The Origins of Biblical Israel

The Origins of Biblical Israel 60 Book Reviews / Biblical Interpretation 18 (2010) 52-86 © Koninklijke Brill NV, Leiden, 2010 DOI: 10.1163/156851509X430076 e Origins of Biblical Israel . By Philip R. Davies. London: T & T Clark, 2007. Pp. ix + 197. e author’s earlier work, In Search of ‘Ancient Israel,’ correctly distinguished three Israels: (1) the Israel of the biblical text (literary); (2) the Israel composed of the populace of the Palestinian highlands in the Iron Age (actual historical); and (3) the “ancient Israel” confusedly constructed by biblical historians out of an unprincipled combination of the first two Israels (allegedly historical, actually heavily theologi- cal). In the present work, Davies aims to characterize and explain how the biblical tradi- tions arose by tackling an abiding conundrum in biblical studies: “Why did Judeans call themselves ‘Israel’?” (1). Considering (1) Israel and Judah were separate kingdoms often at adds, even in open conflict; and (2) the collapse of Israel as a political entity, why would the ongoing kingdom of Judah and its populace want to identify itself as Israel? e long-standing answer to that question has been that there existed, prior to the division into two kingdoms, a united monarchy, and before that, an http://www.deepdyve.com/assets/images/DeepDyve-Logo-lg.png Biblical Interpretation Brill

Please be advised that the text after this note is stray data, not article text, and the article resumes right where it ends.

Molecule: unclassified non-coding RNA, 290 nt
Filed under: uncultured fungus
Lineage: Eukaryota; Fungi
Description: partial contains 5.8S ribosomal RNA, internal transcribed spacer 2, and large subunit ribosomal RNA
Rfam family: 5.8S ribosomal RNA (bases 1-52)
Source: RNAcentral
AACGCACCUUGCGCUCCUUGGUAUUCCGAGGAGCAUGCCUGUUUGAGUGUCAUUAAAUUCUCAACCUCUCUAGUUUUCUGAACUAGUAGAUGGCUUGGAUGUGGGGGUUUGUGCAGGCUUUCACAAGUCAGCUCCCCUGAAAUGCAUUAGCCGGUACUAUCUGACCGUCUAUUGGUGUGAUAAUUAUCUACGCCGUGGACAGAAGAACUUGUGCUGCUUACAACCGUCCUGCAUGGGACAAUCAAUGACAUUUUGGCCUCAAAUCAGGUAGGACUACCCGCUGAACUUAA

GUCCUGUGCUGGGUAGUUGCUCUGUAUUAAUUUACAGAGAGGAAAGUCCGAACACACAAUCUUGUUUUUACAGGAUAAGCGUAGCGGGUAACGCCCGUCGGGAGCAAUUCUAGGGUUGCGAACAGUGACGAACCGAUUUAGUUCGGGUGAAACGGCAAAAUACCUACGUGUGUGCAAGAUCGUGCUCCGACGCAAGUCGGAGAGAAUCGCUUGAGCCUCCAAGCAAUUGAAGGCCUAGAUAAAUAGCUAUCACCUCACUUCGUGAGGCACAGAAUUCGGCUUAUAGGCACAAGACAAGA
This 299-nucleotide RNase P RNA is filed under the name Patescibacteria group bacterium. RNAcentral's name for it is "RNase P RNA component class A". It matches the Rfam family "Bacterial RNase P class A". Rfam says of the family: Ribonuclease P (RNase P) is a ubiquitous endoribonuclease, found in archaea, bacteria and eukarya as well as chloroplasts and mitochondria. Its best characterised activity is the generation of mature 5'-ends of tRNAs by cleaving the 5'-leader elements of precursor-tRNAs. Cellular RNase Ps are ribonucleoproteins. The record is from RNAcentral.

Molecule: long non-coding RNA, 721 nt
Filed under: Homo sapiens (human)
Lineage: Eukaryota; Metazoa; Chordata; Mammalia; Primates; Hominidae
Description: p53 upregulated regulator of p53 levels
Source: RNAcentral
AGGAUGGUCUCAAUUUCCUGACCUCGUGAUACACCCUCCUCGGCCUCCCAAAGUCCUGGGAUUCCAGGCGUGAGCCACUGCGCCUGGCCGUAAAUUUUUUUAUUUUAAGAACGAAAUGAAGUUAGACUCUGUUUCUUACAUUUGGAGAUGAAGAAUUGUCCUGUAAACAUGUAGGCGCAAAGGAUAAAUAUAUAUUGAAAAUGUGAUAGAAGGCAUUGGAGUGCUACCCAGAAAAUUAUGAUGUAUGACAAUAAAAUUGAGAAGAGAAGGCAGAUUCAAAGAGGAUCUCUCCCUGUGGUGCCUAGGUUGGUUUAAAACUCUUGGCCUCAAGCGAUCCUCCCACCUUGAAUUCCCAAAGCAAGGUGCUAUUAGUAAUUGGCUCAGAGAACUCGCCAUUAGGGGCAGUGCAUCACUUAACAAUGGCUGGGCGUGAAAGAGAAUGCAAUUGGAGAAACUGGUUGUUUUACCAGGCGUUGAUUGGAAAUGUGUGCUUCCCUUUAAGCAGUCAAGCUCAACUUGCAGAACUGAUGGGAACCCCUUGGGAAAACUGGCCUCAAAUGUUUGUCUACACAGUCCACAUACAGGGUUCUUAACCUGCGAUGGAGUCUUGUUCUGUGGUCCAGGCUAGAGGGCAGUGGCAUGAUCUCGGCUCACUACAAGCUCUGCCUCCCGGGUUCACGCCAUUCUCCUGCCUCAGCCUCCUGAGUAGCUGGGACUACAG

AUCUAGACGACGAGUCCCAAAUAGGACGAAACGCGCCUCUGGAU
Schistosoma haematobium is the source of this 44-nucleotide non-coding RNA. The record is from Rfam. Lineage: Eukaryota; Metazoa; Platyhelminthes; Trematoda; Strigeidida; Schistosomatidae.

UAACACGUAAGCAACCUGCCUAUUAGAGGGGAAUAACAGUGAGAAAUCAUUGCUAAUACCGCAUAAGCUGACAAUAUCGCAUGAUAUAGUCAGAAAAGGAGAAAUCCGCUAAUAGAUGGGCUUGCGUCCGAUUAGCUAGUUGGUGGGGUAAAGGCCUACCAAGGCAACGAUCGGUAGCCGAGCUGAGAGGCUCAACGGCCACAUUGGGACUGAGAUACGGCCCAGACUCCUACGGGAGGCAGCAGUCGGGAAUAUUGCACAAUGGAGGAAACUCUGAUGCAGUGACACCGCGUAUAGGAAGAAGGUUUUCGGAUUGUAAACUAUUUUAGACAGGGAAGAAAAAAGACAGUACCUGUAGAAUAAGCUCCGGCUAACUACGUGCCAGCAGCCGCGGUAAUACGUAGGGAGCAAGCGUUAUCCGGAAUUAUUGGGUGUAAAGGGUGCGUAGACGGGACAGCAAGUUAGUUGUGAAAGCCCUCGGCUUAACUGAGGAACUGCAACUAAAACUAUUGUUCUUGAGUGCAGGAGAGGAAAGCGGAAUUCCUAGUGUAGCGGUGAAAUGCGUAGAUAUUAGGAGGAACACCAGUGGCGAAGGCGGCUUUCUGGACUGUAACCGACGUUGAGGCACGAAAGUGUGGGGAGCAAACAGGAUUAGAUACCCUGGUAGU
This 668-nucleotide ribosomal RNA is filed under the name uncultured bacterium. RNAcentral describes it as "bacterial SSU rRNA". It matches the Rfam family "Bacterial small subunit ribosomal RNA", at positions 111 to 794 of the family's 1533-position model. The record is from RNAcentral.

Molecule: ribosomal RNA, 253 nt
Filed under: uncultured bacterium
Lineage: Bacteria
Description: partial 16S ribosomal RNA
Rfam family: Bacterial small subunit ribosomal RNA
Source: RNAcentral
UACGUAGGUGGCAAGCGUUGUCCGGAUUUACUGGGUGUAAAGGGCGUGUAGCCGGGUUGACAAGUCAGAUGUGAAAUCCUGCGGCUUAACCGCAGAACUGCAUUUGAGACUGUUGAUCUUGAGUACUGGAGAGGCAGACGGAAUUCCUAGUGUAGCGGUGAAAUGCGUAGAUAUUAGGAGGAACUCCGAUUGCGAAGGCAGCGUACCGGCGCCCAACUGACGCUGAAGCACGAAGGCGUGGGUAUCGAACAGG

The Origins of Biblical Israel

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Publisher
BRILL
Copyright
© 2010 Koninklijke Brill NV, Leiden, The Netherlands
ISSN
0927-2569
eISSN
1568-5152
D.O.I.
10.1163/156851509X430076
Publisher site
See Article on Publisher Site

Abstract

60 Book Reviews / Biblical Interpretation 18 (2010) 52-86 © Koninklijke Brill NV, Leiden, 2010 DOI: 10.1163/156851509X430076 e Origins of Biblical Israel . By Philip R. Davies. London: T & T Clark, 2007. Pp. ix + 197. e author’s earlier work, In Search of ‘Ancient Israel,’ correctly distinguished three Israels: (1) the Israel of the biblical text (literary); (2) the Israel composed of the populace of the Palestinian highlands in the Iron Age (actual historical); and (3) the “ancient Israel” confusedly constructed by biblical historians out of an unprincipled combination of the first two Israels (allegedly historical, actually heavily theologi- cal). In the present work, Davies aims to characterize and explain how the biblical tradi- tions arose by tackling an abiding conundrum in biblical studies: “Why did Judeans call themselves ‘Israel’?” (1). Considering (1) Israel and Judah were separate kingdoms often at adds, even in open conflict; and (2) the collapse of Israel as a political entity, why would the ongoing kingdom of Judah and its populace want to identify itself as Israel? e long-standing answer to that question has been that there existed, prior to the division into two kingdoms, a united monarchy, and before that, an

Journal

Biblical InterpretationBrill

Published: Jan 1, 2010

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